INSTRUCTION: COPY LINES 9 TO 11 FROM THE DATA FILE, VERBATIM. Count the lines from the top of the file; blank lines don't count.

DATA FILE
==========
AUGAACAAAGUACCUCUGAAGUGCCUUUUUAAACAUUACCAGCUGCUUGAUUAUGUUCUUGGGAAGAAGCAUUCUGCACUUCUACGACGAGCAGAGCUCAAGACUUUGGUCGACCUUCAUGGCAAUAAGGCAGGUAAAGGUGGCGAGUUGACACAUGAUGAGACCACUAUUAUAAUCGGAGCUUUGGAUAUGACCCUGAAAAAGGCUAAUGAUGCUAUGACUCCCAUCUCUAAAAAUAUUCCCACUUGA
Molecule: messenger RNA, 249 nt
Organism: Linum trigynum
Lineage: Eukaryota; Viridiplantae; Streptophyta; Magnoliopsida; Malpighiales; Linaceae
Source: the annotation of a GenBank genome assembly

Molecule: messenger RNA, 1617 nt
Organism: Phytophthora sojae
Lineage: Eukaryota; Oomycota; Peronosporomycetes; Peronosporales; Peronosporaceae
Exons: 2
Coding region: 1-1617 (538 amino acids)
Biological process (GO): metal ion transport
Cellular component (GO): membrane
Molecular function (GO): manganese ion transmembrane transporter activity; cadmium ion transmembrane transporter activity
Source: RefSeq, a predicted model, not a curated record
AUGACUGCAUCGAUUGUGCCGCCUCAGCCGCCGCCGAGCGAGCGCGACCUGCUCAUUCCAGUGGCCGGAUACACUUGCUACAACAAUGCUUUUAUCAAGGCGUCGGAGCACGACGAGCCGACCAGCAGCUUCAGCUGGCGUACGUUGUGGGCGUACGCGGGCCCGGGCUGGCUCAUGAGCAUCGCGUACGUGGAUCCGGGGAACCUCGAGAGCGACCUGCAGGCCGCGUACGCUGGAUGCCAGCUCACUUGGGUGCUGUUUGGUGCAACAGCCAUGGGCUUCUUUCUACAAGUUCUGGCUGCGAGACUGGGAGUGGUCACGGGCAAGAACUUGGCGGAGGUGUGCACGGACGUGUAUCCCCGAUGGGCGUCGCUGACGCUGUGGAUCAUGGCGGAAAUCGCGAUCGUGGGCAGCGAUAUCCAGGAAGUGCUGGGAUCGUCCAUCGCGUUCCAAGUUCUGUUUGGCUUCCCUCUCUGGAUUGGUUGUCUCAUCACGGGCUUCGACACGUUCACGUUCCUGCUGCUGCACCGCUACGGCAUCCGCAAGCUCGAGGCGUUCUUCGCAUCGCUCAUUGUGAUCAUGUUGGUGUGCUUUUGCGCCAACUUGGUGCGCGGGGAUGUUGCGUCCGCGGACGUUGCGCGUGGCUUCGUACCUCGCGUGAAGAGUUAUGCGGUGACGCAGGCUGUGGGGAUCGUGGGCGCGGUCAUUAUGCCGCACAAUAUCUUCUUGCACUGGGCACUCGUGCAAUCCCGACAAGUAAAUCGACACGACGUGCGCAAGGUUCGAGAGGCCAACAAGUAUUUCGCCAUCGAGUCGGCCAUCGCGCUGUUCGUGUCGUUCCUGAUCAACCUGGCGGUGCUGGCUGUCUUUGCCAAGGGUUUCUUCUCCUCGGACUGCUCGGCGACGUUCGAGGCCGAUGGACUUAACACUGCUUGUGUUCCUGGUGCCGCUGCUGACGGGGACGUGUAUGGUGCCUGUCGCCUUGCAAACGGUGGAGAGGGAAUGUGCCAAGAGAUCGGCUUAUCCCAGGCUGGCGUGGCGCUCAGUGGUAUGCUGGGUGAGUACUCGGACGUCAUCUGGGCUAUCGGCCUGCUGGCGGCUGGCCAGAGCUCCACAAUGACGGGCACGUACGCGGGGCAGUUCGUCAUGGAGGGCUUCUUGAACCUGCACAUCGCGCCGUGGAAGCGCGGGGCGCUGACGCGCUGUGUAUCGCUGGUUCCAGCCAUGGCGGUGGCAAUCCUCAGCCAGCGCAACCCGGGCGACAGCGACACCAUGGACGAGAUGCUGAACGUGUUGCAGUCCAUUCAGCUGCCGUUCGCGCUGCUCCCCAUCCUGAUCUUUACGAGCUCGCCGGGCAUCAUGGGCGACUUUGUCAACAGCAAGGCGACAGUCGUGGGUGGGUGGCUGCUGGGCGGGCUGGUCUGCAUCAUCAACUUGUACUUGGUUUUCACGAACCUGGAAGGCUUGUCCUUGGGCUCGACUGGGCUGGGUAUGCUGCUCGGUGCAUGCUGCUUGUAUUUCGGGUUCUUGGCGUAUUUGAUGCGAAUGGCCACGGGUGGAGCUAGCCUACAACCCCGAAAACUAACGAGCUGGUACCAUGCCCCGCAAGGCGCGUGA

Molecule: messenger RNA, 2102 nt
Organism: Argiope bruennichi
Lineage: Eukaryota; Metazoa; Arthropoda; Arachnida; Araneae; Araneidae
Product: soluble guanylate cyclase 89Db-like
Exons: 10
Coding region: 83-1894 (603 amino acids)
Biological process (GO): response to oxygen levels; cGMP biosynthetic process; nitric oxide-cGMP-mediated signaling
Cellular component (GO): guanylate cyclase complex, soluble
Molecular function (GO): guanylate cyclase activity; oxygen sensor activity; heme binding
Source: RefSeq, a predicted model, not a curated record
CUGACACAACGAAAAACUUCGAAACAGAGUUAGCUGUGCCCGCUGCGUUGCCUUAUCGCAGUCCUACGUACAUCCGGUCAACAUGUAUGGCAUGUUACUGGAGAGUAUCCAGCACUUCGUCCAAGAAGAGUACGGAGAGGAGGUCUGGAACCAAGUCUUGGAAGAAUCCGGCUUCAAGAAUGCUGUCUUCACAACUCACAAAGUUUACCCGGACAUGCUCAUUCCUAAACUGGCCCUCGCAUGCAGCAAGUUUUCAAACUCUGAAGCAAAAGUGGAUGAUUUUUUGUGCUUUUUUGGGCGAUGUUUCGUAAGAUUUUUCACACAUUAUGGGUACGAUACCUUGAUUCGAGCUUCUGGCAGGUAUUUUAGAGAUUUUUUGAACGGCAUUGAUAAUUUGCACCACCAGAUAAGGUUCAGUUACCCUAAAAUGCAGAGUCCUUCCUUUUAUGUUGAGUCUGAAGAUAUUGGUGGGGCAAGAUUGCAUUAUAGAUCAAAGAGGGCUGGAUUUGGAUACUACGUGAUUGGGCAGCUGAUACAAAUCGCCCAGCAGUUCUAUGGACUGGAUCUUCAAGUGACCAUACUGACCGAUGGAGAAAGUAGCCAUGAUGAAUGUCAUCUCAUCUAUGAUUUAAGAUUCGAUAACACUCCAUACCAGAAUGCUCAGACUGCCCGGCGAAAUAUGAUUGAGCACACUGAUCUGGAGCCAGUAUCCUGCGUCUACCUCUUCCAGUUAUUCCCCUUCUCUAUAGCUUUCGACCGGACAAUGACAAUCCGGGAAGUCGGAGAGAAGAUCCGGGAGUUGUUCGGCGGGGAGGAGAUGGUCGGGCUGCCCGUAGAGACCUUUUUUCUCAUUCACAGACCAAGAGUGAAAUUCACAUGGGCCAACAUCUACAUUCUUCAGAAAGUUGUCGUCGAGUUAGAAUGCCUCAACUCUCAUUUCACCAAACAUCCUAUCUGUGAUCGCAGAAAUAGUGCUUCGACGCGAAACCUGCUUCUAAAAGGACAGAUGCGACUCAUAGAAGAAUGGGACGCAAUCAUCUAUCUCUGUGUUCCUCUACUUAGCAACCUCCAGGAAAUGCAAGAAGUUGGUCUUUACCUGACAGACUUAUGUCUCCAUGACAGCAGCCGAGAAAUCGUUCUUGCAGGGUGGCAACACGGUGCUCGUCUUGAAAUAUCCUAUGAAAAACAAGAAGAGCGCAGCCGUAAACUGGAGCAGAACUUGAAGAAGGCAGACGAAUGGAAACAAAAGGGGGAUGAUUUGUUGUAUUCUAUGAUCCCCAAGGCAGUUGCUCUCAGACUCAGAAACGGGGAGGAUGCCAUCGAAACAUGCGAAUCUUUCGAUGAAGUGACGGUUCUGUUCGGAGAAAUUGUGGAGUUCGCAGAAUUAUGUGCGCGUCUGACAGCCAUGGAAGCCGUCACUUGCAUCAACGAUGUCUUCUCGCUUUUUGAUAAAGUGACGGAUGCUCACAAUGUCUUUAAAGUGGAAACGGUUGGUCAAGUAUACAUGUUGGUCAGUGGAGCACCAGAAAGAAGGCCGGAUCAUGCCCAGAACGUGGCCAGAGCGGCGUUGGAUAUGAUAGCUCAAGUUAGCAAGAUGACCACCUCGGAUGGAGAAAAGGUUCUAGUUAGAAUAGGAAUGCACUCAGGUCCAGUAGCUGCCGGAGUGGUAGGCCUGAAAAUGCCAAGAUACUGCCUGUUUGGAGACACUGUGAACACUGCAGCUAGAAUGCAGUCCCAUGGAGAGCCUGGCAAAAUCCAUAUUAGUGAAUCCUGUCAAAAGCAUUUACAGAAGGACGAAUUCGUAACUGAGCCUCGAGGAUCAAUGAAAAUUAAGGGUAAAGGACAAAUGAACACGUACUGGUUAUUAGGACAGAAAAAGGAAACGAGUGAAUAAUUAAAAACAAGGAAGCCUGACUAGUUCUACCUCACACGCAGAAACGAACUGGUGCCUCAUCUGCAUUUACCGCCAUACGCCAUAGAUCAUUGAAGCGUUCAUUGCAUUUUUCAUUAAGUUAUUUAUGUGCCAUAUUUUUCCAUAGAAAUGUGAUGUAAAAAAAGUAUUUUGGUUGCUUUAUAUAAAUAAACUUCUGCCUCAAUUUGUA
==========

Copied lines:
Exons: 2
Coding region: 1-1617 (538 amino acids)
Biological process (GO): metal ion transport